Parenthood As Education

In my misguided notions of being a parent there was this underlying belief that I had submitted to my children. That my investment in myself had been reformed and translated to demonstrate the importance of parenting my children; not in being their authority, but their loving care provider and guide into autonomy. Each time I wanted to scream and took a deep breath I recalled that this was what it was all about. That I. Was. Doing. IT.

I was a parent, and a not so bad one at that. Every choice was being made based upon thoughts of how my child, now children, is and what the needs were. Then I had this horrifying moment not one day before my son was a little over four years old (did I mention he’s just a little over four now?) when I realized: I haven’t fully submitted. I categorized. I prioritized. I took who I am, shoved her in a little box and told her she could only come out to play on special occasions. My writing was solidly focused on NOT discussing my life as a parent and I felt this separation was a continuation of a necessary divide.

The Mom my kids see is not all that I am, I daresay they don’t even get a real hint of it, instead they get the often anal retentive (okay that part is completely, and somewhat apologetically, true), but still somewhat fun entirely too verbose me. And meanwhile the Writer Mom forgoes acknowledgment even in my own head. Boundaries are vital in any healthy relationship, and so certain bits of not G rated knowledge is reasonable to withhold, but I am feeling more and more like a counterfeit these days.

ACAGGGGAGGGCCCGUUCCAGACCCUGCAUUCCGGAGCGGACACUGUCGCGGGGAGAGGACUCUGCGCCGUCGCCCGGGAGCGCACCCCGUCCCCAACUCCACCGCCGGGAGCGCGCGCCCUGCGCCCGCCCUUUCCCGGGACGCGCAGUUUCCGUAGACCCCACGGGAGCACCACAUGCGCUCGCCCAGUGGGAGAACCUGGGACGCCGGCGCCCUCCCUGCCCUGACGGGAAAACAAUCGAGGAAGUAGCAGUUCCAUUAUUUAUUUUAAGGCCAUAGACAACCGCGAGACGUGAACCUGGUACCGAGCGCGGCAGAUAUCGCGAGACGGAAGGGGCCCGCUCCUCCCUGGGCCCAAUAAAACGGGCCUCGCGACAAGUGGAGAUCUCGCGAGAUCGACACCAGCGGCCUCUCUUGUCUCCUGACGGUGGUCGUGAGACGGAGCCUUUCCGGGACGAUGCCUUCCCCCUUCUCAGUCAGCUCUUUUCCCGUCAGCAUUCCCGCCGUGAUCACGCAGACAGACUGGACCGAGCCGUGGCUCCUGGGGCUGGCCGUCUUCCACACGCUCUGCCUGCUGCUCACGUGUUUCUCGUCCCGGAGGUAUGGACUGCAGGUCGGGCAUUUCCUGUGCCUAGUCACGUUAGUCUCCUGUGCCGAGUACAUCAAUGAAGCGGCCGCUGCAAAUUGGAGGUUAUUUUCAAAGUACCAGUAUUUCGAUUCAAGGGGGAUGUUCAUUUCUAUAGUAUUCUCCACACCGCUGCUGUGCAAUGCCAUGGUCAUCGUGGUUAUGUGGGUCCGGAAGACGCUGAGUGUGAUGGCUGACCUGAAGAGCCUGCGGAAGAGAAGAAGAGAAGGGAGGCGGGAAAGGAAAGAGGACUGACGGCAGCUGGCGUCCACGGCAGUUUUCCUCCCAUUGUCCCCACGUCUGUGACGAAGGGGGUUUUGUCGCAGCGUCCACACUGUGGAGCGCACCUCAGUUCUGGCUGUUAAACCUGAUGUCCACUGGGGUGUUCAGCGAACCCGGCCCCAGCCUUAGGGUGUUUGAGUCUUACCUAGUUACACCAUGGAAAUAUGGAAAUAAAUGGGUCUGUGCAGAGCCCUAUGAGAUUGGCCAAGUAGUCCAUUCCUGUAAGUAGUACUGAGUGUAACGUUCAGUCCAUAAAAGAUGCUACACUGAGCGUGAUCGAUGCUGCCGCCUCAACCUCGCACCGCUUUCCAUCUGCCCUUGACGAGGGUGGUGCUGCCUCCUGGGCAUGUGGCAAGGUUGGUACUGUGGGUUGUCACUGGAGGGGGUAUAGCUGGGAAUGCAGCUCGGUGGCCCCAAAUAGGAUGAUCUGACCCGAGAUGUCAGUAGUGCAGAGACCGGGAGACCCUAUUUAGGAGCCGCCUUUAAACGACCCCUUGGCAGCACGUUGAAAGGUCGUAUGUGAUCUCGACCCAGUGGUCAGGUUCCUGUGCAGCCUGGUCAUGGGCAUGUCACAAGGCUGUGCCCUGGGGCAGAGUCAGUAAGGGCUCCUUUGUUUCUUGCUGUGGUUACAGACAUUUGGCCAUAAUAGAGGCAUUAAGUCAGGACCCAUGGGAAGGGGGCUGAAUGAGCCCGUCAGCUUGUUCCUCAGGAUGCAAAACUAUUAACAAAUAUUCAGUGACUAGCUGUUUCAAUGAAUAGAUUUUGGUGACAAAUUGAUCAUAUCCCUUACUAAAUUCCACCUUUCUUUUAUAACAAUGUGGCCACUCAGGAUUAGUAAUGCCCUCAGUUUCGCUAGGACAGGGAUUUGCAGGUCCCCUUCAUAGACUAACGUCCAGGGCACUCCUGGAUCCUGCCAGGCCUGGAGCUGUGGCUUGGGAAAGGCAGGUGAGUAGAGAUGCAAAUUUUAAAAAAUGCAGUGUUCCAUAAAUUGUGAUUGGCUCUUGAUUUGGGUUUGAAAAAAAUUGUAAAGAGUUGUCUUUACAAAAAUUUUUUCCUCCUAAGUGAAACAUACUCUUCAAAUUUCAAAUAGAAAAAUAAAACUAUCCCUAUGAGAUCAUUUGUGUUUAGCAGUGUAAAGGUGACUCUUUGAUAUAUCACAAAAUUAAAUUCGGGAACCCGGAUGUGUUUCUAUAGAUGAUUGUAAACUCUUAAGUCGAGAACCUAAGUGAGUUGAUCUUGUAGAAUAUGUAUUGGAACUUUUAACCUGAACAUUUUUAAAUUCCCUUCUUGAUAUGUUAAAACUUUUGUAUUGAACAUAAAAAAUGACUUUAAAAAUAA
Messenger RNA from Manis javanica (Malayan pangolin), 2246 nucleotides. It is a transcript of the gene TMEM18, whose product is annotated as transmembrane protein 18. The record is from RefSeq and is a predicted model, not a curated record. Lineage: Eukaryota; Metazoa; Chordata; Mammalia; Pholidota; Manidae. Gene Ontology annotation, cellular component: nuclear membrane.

My oldest has no idea that I’m a passionate person unless by passionate you mean “the crazy lady who yells when I tackle the cats”. And he GETS passion – in his own way. He understands the love and dedication of wanting to do something like drawing, sculpting, or listening to stories. I still seem bent on denying him a more real version of me. There are justifications galore that I give voice to in my head, but even that gets repressed on such a level that I do not give it a chance to be heard. Not really. As wretched as it is, the reason I find myself so wantonly addicted to ye ole’ social network is because the outspoken and forthright adult can get her time out in public.

Let me be clear: I do not regret being a mother. I do not regret being a stay at home mom (except on some days). I do not regret being a homeschooling mother. I regret that I am not happy all the time in these choices. That I do not LOVE being all these things all the time. That I am not communicating how best to be happy to my children. How to be genuine NO MATTER WHAT.

And here comes that word again. That word many of us in the United States have learned to be abhorrent when it comes to parenting. Submission. I have not submitted. I surrendered. I gave up on myself in my attempt at being a “good enough” parent. In so doing I have been the kind of parent I never wanted to be. Permissive, not completely engaged, short tempered (not always, but even if I heard “I don’t wanna” for five hours straight before snapping “I don’t wanna hear ‘I don’t wanna’ anymore!!!” it feels like I lost a promise to myself, to my kids), and even sometimes a bit embittered. My personality is a fierce one and if you were to meet my son you’d say the same about him, but more often than not the gentility which IS part of my make-up (stop laughing) is lost on all but the wee one.